Remember Lana Del Rey? Back in early January, she seemed poised to dominate the music headlines this year; thanks to the strength of her singles “Video Games” and “Blue Jeans,” the anticipation for her second full-length LP, Born To Die, was at a fever pitch. Then, of course, she appeared as the musical guest on Saturday Night Live, turning in a performance that ended up being so controversial and maligned that it will likely follow her for the rest of her career. In a matter of hours, she went from being the Next Big Thing to having bloodthirsty music bloggers gleefully penning her career obituary. In fact, the pendulum of hype swung at such a rapid rate that her concerned management team felt that the best course of action to save Lana’s promising career was to pull her out of the spotlight altogether here in the United States, canceling high-profile bookings at SXSW in favor of focusing on the international market. This effectively stalled the prospects for Born To Die to latch on with Stateside audiences — the album has yet to go gold — but turned out to have worked quite well worldwide, as her record has sold over 1.5 million copies to date.
Aside from a pre-taped performance on American Idol back in March and a rumored fling with Axl Rose, it’s been pretty much radio silence from Team LDR here in the U.S. for the last few months. Last week, she performed a three-night residency at the El Rey Theater in Los Angeles, but tonight at Manhattan’s Irving Plaza, she made her first live appearance in the city since a low-key, one-song performance on the Late Show With David Letterman in early February. She had every right to be nervous performing for the sold-out crowd, especially considering that it was her first full show in town since her Bowery Ballroom performance in December, a show that was plagued with technical issues and one that she confessed to us that she wished “had gone a little differently.” However, the vibe in the room this evening — her first of three shows here over the next few days — was palpably different from the outset, as eager fans were anxious to show their support for Lana and convince her that her career had now entered the “Backlash To The Backlash” stage on New York Magazine‘s Undulating Curve of Shifting Expectations. As she strode out on a stage filled with lush greenery, she was bathed in a warm round of applause and cheers, which prompted her to gleefully stick her tongue out before launching into “Blue Jeans.”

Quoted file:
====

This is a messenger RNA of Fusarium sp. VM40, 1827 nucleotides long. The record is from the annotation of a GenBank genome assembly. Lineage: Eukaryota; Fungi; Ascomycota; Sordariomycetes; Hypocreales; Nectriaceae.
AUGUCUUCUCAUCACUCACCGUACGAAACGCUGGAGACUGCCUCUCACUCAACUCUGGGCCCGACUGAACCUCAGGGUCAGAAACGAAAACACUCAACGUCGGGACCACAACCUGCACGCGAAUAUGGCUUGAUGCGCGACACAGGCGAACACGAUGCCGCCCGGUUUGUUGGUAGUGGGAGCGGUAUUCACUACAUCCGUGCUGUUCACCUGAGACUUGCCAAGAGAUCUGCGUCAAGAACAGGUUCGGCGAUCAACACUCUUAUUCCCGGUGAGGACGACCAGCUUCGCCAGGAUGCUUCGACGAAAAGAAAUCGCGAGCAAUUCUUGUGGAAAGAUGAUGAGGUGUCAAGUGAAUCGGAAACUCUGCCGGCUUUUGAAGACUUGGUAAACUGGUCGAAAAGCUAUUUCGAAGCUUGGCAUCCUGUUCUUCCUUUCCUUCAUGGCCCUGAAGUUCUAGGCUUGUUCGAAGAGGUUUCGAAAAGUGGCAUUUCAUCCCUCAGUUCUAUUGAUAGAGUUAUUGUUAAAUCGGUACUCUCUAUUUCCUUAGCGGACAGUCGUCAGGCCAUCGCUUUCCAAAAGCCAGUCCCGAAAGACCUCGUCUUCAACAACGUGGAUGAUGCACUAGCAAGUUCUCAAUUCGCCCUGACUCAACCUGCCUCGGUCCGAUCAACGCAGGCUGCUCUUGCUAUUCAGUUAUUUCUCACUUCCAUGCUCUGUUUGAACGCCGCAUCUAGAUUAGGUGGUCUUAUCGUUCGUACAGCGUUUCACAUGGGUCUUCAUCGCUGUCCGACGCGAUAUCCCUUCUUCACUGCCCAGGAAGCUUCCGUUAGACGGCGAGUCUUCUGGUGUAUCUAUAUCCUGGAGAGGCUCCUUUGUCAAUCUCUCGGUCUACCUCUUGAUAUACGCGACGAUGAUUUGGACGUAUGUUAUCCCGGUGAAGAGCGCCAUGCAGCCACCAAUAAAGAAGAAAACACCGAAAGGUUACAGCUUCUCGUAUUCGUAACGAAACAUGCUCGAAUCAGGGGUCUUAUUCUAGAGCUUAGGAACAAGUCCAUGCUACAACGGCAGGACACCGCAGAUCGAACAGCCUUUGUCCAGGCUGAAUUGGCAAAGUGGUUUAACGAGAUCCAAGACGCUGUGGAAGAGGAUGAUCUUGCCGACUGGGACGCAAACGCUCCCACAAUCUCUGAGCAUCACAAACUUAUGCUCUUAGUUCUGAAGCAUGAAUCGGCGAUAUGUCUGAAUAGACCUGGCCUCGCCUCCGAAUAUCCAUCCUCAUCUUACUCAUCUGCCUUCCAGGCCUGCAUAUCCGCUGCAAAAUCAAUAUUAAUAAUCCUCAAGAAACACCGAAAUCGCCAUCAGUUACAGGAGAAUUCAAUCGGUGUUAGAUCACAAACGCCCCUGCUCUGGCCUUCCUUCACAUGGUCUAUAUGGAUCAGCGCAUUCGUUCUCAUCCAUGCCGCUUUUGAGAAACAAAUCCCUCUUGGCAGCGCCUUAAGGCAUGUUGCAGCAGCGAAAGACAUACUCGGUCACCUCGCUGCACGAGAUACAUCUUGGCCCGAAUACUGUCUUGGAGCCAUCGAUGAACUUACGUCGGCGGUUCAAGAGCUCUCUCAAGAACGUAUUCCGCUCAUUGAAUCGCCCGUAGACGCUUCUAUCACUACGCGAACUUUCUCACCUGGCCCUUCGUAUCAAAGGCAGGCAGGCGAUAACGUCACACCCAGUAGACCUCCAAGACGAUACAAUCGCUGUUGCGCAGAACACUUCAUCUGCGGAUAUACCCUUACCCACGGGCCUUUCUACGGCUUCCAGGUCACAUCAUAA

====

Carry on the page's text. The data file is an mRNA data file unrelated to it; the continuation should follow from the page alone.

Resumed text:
That said, it wasn’t until Lana completed “Born To Die,” her third song of the night, that she truly felt relaxed. The affectionate crowd sang along with every word of the song, and as soon as she completed it, she allowed herself to audibly (albeit off-mic) to say “Yes!” as a statement of self-congratulation, much like an athlete does after they make a great play. In that moment, you could see the stress wash from her face almost entirely, and she delivered the rest of her set in a relaxed and confident manner. Not once the entire night did her nerves or her vocals betray her, and in numbers like “Million Dollar Man” (see above) and “Carmen,” she was able to elevate the quality of her songs above their studio incarnations and truly connect with the audience.
In a lot of ways, Lana Del Rey’s demeanor tonight reminded us of the scene in the 1999 rom-com Notting Hill when Julia Roberts confesses to Hugh Grant that she’s “just a girl, standing in front of a boy, asking him to love her.” Anyone who has followed LDR recognizes that she has been forced to deal with a tremendous amount of criticism year, and that she’s also a bit emotionally wounded, but if she is able to count on her fans for love and support, she’s going to come out on the other side a stronger person. And if tonight is any indication as to how the rest of her Irving Plaza residency is going to go, Lana Del Rey will soon be good and ready to put the past in the rearview mirror once and for all.
SET LIST: “Blue Jeans” / “Body Electric” / “Born To Die” / “Hey Lolita Hey” / “Summertime Sadness” / “Without You” / “Million Dollar Man” / “Carmen” / “Video Games” / “National Anthem”